Pregnancy, Birth, Post Partum in Different Cultures- Student Article

The following is a student blog post by Dawn Housos

Dawn Housos

Pregnancy, Birth, Post Partum in Different Cultures



The Mexican culture places higher than average importance on pregnancy and birth.


Pregnancy is thought of as very respectable. The expecting mom is encouraged to rest often, eat well, and take walks to keep fit. The Mexican family is very close and heavily involved with each other. Pregnant women are encouraged not to drink, smoke, or do drugs. It is also thought that pregnant women should not do and heavy or strenuous work. Pregnant women are often encouraged to quit their jobs so they may focus on having a healthier birth. They often do not seek prenatal care until later in the pregnancy. Mexican women are generally modest and prefer female caregivers. Mexican women tend to be attentive to their bodies. It is thought that the pregnant body will crave foods that it needs to grow a healthy baby, and that unsatisfied cravings may result in birth defects. It is often thought that drinking milk will make the babies larger, and that drinking chamomile tea will aid in having a healthy labor. Mexicans also believe in a number of superstitions such as:  observing a lunar eclipse will cause the developing baby to have a cleft lip/palate, or infant may resemble a particular fruit if the mom craves that fruit.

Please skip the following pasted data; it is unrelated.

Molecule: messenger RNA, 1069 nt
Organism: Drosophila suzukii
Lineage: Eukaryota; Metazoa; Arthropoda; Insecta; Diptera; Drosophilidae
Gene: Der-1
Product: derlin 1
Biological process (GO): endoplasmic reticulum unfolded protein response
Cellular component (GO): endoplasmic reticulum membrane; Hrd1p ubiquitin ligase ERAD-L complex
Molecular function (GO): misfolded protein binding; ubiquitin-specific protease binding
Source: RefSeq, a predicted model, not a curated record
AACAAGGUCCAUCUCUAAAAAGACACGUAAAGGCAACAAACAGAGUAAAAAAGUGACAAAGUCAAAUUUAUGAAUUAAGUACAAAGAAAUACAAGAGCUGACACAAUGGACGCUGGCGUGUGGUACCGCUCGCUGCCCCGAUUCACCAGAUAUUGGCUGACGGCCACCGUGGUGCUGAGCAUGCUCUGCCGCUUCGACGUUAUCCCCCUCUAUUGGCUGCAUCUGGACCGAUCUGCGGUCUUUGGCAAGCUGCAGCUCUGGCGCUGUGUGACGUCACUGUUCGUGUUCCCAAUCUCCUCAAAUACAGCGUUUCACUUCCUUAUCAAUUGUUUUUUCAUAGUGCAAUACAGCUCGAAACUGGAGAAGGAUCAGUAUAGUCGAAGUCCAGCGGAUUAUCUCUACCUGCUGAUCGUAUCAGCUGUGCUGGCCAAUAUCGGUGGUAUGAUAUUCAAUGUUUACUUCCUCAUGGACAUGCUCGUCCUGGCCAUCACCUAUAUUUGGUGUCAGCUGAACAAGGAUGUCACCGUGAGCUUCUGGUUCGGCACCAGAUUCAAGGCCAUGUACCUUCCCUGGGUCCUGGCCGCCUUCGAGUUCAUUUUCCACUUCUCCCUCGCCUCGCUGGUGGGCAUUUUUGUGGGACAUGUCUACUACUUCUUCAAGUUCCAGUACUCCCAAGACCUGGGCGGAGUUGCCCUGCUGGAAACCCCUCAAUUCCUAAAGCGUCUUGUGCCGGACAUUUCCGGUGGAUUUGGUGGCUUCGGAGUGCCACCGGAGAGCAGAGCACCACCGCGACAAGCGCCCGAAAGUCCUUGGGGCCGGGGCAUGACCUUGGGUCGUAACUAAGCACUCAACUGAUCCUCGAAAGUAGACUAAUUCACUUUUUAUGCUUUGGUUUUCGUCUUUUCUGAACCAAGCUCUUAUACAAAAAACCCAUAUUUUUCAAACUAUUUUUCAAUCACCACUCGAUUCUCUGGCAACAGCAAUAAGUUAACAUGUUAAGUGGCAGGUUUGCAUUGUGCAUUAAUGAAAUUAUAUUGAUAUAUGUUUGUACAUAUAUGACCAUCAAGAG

The birth is often attended by experienced older women to help the expecting mom through birth. It is common practice for the expecting mother’s mom to move in with the family weeks before the birth to help the expecting mother get her house ready for the new baby. Mexican women generally fear unnecessary and/or dangerous medical interventions, so they tend to labor at home. They generally go the hospital just in time for the delivery. Only female family members are present at the birth. A Cesarean Section is feared, and a natural vaginal delivery is preferred.